Whether we find them in a tizzy of showmanship in “We’ll Be Sweethearts in Heaven,” “Two Left Shoes” and “Oak Grove Shuffle,” or in a patient sway in “Sarah Jo,” “I’m So Lonesome I Could Cry” and “Diary of My Mind,” the string play in Pieces, the new album from a solo Jason Barie (now as The Ramblin’ Fiddler), is as important an element in making it a powerful listen as it gets. Their melodies are the bread and butter of this LP, and while they’re joined by some strong singing in a number of the songs here, they do most – if not all – of the important talking when the time comes to make a statement.
Don’t get me wrong; I really dig the vocal harmony in “I’m So Lonesome I Could Cry (featuring Del McCoury and Paul Williams),” the leads in “Blue Eyed Darlin’” and “Beyond the Sunset for Me,” as well as the lyricism of “We’ll Be Sweethearts in Heaven,” and I would say that together they make this album the good time-listen that it is no matter how many times it’s been picked up and played. There’s a lot of emotion coming at us from every angle in Pieces, but with the conservative Ramblin’ Fiddler guiding the narrative, nothing ever feels particularly overstated in the big picture.
This master mix is free of muddiness, and in “Sassafras,” “Ashokan Farewell” and “Adalynn’s Lullaby,” it doesn’t minimize any of the natural grit in the material at all. Granted, “Ashokan Farewell” was recorded live before the Cedarville Opry House, but that’s all the more a testament to the keen attention to detail behind the soundboard in Pieces. Jason Barie isn’t sparing any expense – creative or otherwise – in the creation of this new LP; in fact, I would say that he’s going out of his way to tend to minute details that a lot of his contemporaries might just as soon ignore in their own work.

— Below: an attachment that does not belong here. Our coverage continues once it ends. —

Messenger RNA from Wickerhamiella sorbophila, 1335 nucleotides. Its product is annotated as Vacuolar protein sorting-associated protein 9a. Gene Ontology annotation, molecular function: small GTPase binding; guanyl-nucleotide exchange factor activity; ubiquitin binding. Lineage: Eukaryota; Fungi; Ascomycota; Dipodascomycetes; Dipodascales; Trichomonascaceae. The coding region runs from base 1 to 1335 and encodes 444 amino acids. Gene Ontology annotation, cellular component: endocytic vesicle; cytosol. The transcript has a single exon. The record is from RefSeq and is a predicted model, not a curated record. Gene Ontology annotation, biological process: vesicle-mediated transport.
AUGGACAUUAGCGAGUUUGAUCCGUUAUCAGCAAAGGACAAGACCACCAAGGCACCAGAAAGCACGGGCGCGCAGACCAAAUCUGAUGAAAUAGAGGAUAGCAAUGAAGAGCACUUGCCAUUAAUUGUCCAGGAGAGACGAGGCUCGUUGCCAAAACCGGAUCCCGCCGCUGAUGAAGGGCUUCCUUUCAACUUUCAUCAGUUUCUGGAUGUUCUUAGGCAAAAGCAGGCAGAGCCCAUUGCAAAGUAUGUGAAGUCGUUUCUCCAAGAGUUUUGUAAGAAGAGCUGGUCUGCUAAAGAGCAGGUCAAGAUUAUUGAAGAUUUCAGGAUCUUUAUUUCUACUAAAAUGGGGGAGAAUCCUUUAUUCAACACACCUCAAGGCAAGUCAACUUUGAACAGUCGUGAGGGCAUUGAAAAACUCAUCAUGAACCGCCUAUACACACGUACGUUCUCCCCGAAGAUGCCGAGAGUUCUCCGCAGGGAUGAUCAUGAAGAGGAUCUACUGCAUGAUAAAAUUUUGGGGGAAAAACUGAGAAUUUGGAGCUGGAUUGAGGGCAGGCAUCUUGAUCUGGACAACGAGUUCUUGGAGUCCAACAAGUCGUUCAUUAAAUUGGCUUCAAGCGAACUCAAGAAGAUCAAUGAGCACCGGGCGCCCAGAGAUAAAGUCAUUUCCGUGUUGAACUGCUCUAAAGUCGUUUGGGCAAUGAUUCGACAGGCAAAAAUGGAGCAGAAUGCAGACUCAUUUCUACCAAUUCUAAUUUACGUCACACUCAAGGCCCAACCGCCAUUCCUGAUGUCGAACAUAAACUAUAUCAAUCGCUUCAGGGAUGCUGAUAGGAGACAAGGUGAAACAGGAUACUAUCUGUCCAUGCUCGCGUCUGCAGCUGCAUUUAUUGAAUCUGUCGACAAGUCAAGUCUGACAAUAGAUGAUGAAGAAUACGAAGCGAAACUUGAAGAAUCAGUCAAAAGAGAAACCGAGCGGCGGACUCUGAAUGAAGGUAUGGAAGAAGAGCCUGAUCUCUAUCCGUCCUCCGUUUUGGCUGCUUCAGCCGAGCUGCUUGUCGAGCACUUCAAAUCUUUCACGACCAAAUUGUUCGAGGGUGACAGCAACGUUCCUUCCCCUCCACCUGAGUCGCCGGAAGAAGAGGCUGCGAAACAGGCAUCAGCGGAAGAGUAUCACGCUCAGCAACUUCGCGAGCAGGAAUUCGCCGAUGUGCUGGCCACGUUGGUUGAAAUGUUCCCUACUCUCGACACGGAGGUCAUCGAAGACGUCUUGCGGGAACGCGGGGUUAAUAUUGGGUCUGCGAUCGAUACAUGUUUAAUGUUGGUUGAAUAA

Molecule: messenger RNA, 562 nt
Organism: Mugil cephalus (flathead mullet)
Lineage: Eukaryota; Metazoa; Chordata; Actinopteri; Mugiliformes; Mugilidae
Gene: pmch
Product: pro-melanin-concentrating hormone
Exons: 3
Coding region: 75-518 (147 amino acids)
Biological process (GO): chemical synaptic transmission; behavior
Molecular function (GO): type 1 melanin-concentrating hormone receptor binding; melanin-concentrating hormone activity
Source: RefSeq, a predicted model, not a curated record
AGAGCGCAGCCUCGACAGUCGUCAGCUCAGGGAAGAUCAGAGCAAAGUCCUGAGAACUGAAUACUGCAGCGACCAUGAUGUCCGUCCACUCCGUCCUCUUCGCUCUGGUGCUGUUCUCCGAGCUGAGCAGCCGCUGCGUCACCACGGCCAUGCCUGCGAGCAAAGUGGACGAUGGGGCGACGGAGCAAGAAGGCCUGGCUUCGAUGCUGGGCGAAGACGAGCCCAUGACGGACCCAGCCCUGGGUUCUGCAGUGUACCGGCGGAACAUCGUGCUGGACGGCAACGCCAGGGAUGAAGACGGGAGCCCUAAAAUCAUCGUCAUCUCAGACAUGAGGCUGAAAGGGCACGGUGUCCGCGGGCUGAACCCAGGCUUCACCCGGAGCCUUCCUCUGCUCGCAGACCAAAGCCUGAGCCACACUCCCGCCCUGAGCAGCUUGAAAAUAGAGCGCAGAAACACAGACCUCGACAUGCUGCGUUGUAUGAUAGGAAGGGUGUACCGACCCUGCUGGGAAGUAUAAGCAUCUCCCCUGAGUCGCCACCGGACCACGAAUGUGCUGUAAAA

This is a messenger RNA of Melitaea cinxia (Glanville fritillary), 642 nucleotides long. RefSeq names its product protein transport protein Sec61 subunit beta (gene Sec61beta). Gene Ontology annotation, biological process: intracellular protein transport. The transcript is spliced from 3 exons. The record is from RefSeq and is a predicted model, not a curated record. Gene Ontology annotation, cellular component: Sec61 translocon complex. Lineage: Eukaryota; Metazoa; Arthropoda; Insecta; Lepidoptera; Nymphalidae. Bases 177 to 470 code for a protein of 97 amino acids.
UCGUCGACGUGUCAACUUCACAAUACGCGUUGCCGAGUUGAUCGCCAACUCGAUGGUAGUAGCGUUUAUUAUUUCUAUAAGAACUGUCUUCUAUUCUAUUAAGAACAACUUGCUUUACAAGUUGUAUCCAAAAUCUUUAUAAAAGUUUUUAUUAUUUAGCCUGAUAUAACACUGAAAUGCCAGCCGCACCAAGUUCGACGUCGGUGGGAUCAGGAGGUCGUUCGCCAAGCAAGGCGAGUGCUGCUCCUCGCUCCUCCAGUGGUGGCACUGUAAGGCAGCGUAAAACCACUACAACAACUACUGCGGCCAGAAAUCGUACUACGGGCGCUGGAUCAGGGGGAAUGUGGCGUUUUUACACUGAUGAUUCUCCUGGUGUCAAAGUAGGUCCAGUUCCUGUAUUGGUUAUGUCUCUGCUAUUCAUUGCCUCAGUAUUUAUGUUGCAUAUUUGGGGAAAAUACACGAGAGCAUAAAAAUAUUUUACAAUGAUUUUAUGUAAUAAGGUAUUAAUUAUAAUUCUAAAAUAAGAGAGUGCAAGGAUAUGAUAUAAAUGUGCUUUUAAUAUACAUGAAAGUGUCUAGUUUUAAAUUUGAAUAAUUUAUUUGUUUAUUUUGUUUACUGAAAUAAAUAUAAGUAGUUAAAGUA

Though some of the songs here (like “Waiting on Isaac” and the explosive “Oak Grove Shuffle”) would probably sound a lot better on stage, I don’t get the feeling that we’re being treated to some watered-down version of a true bluegrass jam session in this album. Contrarily, I actually think there’s a lot more natural tonality in this record than I would have expected there to be, which not only makes it easier for us to play it again and again, but it gives us a better insight into how masterful all of the musicians contributing to this tracklist really are.
I’m a relative newcomer to the Jason Barie brand, but if The Ramblin’ Fiddler can produce on this level throughout the impending 2020s, I haven’t the slightest doubt as to whether or not he’s going to make a credible impact on the vital American genre known as bluegrass. It takes a certain kind of player to bring the kind of grooves that dominate the backend of “Two Left Shoes” to life, but for Barie and his chosen collaborators, stirring up a bit of magic seems to come rather naturally (within the thirteen tracks that occupy this surreal new album, at the very least).